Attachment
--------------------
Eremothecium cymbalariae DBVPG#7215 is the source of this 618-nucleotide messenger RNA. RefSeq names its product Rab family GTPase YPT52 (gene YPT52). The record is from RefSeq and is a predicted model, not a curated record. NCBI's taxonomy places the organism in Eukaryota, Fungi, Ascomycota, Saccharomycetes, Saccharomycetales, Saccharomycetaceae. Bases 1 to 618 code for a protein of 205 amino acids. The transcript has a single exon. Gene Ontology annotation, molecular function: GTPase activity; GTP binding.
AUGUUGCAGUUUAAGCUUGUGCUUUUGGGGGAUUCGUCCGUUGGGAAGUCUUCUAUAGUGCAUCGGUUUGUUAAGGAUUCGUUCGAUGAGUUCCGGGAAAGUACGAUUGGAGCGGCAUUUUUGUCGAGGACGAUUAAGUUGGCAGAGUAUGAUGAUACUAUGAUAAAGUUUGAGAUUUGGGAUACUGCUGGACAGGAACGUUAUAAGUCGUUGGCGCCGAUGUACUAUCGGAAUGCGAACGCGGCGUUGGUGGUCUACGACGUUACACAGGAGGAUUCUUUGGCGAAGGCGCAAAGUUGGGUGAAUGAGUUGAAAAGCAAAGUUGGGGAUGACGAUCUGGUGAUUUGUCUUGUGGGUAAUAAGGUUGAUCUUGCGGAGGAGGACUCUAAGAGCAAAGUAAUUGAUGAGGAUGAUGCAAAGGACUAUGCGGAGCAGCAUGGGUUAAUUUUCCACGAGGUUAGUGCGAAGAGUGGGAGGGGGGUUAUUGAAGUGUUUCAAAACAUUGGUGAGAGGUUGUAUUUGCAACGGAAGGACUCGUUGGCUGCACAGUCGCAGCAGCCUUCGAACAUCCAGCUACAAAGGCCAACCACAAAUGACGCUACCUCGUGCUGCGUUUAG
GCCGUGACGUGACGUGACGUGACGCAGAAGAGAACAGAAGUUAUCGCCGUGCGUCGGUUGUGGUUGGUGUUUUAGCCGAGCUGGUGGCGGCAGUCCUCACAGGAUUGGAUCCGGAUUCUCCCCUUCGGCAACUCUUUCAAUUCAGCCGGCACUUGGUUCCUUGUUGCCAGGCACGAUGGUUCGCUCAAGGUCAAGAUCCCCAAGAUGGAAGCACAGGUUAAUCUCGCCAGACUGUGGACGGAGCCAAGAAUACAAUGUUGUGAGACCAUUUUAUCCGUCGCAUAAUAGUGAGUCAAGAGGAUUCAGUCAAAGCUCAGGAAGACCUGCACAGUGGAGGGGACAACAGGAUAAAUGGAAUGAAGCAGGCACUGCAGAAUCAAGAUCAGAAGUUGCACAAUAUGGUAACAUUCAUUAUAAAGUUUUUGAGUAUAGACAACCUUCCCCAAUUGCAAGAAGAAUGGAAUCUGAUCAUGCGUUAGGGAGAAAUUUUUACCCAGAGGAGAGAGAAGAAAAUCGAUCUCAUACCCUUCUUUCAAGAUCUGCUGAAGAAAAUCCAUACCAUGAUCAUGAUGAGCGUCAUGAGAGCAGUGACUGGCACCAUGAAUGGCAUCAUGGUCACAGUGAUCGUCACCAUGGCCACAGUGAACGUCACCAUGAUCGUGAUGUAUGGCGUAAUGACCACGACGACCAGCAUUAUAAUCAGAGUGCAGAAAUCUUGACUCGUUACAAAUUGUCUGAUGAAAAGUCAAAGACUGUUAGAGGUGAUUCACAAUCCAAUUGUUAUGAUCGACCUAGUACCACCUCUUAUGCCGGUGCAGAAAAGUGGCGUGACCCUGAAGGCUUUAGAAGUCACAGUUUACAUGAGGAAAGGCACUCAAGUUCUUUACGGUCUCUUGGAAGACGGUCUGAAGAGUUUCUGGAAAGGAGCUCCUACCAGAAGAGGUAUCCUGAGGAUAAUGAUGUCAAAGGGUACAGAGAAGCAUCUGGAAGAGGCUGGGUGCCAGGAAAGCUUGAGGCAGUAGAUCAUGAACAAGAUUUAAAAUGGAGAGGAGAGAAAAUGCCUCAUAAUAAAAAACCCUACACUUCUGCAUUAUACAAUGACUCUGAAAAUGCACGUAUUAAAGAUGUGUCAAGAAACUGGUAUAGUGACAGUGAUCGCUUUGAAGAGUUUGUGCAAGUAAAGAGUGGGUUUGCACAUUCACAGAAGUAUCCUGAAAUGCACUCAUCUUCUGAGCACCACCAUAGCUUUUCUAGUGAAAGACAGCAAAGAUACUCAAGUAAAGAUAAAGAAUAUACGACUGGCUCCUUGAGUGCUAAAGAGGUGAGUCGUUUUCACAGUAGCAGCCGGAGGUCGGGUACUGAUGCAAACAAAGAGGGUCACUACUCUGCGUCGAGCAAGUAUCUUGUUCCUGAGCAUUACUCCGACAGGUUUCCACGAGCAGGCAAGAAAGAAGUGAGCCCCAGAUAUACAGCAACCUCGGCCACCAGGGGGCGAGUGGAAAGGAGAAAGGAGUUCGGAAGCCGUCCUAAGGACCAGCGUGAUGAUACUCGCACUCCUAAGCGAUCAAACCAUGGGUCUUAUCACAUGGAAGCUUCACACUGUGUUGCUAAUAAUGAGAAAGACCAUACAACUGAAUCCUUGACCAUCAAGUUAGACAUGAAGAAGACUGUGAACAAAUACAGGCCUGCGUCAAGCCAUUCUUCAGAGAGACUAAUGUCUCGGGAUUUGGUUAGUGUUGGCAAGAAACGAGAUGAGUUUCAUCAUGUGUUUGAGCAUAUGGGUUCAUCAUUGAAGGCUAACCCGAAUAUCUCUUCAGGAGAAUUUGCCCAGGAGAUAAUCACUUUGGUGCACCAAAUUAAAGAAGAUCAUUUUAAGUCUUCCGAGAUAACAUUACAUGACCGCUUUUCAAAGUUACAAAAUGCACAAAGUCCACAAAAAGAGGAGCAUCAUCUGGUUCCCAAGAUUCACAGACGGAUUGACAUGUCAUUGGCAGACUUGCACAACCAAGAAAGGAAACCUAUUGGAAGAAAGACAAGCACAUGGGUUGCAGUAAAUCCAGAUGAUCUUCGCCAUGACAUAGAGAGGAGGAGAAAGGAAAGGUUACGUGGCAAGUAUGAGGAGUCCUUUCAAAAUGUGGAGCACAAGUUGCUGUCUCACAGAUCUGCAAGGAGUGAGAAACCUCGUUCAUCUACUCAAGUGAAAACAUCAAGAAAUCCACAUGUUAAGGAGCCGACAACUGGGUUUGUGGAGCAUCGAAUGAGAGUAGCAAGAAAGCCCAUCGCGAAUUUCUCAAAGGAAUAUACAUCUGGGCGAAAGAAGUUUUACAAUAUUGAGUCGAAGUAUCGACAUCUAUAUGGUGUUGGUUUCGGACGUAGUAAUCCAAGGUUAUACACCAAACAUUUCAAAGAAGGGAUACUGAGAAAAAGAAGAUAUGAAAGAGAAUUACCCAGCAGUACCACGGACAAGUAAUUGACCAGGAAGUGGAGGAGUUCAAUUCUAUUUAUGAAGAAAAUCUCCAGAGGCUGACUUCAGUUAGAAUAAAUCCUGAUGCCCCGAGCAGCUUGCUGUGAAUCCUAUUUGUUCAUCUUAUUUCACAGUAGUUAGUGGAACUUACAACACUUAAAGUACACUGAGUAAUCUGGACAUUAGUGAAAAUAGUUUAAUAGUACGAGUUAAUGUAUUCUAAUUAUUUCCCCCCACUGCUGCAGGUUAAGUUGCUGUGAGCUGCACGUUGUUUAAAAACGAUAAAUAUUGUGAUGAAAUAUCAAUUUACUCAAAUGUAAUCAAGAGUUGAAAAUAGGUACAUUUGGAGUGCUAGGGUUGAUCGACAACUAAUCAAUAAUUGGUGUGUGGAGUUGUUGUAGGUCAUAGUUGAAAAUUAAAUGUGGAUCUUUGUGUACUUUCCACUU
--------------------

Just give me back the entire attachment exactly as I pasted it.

Eremothecium cymbalariae DBVPG#7215 is the source of this 618-nucleotide messenger RNA. RefSeq names its product Rab family GTPase YPT52 (gene YPT52). The record is from RefSeq and is a predicted model, not a curated record. NCBI's taxonomy places the organism in Eukaryota, Fungi, Ascomycota, Saccharomycetes, Saccharomycetales, Saccharomycetaceae. Bases 1 to 618 code for a protein of 205 amino acids. The transcript has a single exon. Gene Ontology annotation, molecular function: GTPase activity; GTP binding.
AUGUUGCAGUUUAAGCUUGUGCUUUUGGGGGAUUCGUCCGUUGGGAAGUCUUCUAUAGUGCAUCGGUUUGUUAAGGAUUCGUUCGAUGAGUUCCGGGAAAGUACGAUUGGAGCGGCAUUUUUGUCGAGGACGAUUAAGUUGGCAGAGUAUGAUGAUACUAUGAUAAAGUUUGAGAUUUGGGAUACUGCUGGACAGGAACGUUAUAAGUCGUUGGCGCCGAUGUACUAUCGGAAUGCGAACGCGGCGUUGGUGGUCUACGACGUUACACAGGAGGAUUCUUUGGCGAAGGCGCAAAGUUGGGUGAAUGAGUUGAAAAGCAAAGUUGGGGAUGACGAUCUGGUGAUUUGUCUUGUGGGUAAUAAGGUUGAUCUUGCGGAGGAGGACUCUAAGAGCAAAGUAAUUGAUGAGGAUGAUGCAAAGGACUAUGCGGAGCAGCAUGGGUUAAUUUUCCACGAGGUUAGUGCGAAGAGUGGGAGGGGGGUUAUUGAAGUGUUUCAAAACAUUGGUGAGAGGUUGUAUUUGCAACGGAAGGACUCGUUGGCUGCACAGUCGCAGCAGCCUUCGAACAUCCAGCUACAAAGGCCAACCACAAAUGACGCUACCUCGUGCUGCGUUUAG
GCCGUGACGUGACGUGACGUGACGCAGAAGAGAACAGAAGUUAUCGCCGUGCGUCGGUUGUGGUUGGUGUUUUAGCCGAGCUGGUGGCGGCAGUCCUCACAGGAUUGGAUCCGGAUUCUCCCCUUCGGCAACUCUUUCAAUUCAGCCGGCACUUGGUUCCUUGUUGCCAGGCACGAUGGUUCGCUCAAGGUCAAGAUCCCCAAGAUGGAAGCACAGGUUAAUCUCGCCAGACUGUGGACGGAGCCAAGAAUACAAUGUUGUGAGACCAUUUUAUCCGUCGCAUAAUAGUGAGUCAAGAGGAUUCAGUCAAAGCUCAGGAAGACCUGCACAGUGGAGGGGACAACAGGAUAAAUGGAAUGAAGCAGGCACUGCAGAAUCAAGAUCAGAAGUUGCACAAUAUGGUAACAUUCAUUAUAAAGUUUUUGAGUAUAGACAACCUUCCCCAAUUGCAAGAAGAAUGGAAUCUGAUCAUGCGUUAGGGAGAAAUUUUUACCCAGAGGAGAGAGAAGAAAAUCGAUCUCAUACCCUUCUUUCAAGAUCUGCUGAAGAAAAUCCAUACCAUGAUCAUGAUGAGCGUCAUGAGAGCAGUGACUGGCACCAUGAAUGGCAUCAUGGUCACAGUGAUCGUCACCAUGGCCACAGUGAACGUCACCAUGAUCGUGAUGUAUGGCGUAAUGACCACGACGACCAGCAUUAUAAUCAGAGUGCAGAAAUCUUGACUCGUUACAAAUUGUCUGAUGAAAAGUCAAAGACUGUUAGAGGUGAUUCACAAUCCAAUUGUUAUGAUCGACCUAGUACCACCUCUUAUGCCGGUGCAGAAAAGUGGCGUGACCCUGAAGGCUUUAGAAGUCACAGUUUACAUGAGGAAAGGCACUCAAGUUCUUUACGGUCUCUUGGAAGACGGUCUGAAGAGUUUCUGGAAAGGAGCUCCUACCAGAAGAGGUAUCCUGAGGAUAAUGAUGUCAAAGGGUACAGAGAAGCAUCUGGAAGAGGCUGGGUGCCAGGAAAGCUUGAGGCAGUAGAUCAUGAACAAGAUUUAAAAUGGAGAGGAGAGAAAAUGCCUCAUAAUAAAAAACCCUACACUUCUGCAUUAUACAAUGACUCUGAAAAUGCACGUAUUAAAGAUGUGUCAAGAAACUGGUAUAGUGACAGUGAUCGCUUUGAAGAGUUUGUGCAAGUAAAGAGUGGGUUUGCACAUUCACAGAAGUAUCCUGAAAUGCACUCAUCUUCUGAGCACCACCAUAGCUUUUCUAGUGAAAGACAGCAAAGAUACUCAAGUAAAGAUAAAGAAUAUACGACUGGCUCCUUGAGUGCUAAAGAGGUGAGUCGUUUUCACAGUAGCAGCCGGAGGUCGGGUACUGAUGCAAACAAAGAGGGUCACUACUCUGCGUCGAGCAAGUAUCUUGUUCCUGAGCAUUACUCCGACAGGUUUCCACGAGCAGGCAAGAAAGAAGUGAGCCCCAGAUAUACAGCAACCUCGGCCACCAGGGGGCGAGUGGAAAGGAGAAAGGAGUUCGGAAGCCGUCCUAAGGACCAGCGUGAUGAUACUCGCACUCCUAAGCGAUCAAACCAUGGGUCUUAUCACAUGGAAGCUUCACACUGUGUUGCUAAUAAUGAGAAAGACCAUACAACUGAAUCCUUGACCAUCAAGUUAGACAUGAAGAAGACUGUGAACAAAUACAGGCCUGCGUCAAGCCAUUCUUCAGAGAGACUAAUGUCUCGGGAUUUGGUUAGUGUUGGCAAGAAACGAGAUGAGUUUCAUCAUGUGUUUGAGCAUAUGGGUUCAUCAUUGAAGGCUAACCCGAAUAUCUCUUCAGGAGAAUUUGCCCAGGAGAUAAUCACUUUGGUGCACCAAAUUAAAGAAGAUCAUUUUAAGUCUUCCGAGAUAACAUUACAUGACCGCUUUUCAAAGUUACAAAAUGCACAAAGUCCACAAAAAGAGGAGCAUCAUCUGGUUCCCAAGAUUCACAGACGGAUUGACAUGUCAUUGGCAGACUUGCACAACCAAGAAAGGAAACCUAUUGGAAGAAAGACAAGCACAUGGGUUGCAGUAAAUCCAGAUGAUCUUCGCCAUGACAUAGAGAGGAGGAGAAAGGAAAGGUUACGUGGCAAGUAUGAGGAGUCCUUUCAAAAUGUGGAGCACAAGUUGCUGUCUCACAGAUCUGCAAGGAGUGAGAAACCUCGUUCAUCUACUCAAGUGAAAACAUCAAGAAAUCCACAUGUUAAGGAGCCGACAACUGGGUUUGUGGAGCAUCGAAUGAGAGUAGCAAGAAAGCCCAUCGCGAAUUUCUCAAAGGAAUAUACAUCUGGGCGAAAGAAGUUUUACAAUAUUGAGUCGAAGUAUCGACAUCUAUAUGGUGUUGGUUUCGGACGUAGUAAUCCAAGGUUAUACACCAAACAUUUCAAAGAAGGGAUACUGAGAAAAAGAAGAUAUGAAAGAGAAUUACCCAGCAGUACCACGGACAAGUAAUUGACCAGGAAGUGGAGGAGUUCAAUUCUAUUUAUGAAGAAAAUCUCCAGAGGCUGACUUCAGUUAGAAUAAAUCCUGAUGCCCCGAGCAGCUUGCUGUGAAUCCUAUUUGUUCAUCUUAUUUCACAGUAGUUAGUGGAACUUACAACACUUAAAGUACACUGAGUAAUCUGGACAUUAGUGAAAAUAGUUUAAUAGUACGAGUUAAUGUAUUCUAAUUAUUUCCCCCCACUGCUGCAGGUUAAGUUGCUGUGAGCUGCACGUUGUUUAAAAACGAUAAAUAUUGUGAUGAAAUAUCAAUUUACUCAAAUGUAAUCAAGAGUUGAAAAUAGGUACAUUUGGAGUGCUAGGGUUGAUCGACAACUAAUCAAUAAUUGGUGUGUGGAGUUGUUGUAGGUCAUAGUUGAAAAUUAAAUGUGGAUCUUUGUGUACUUUCCACUU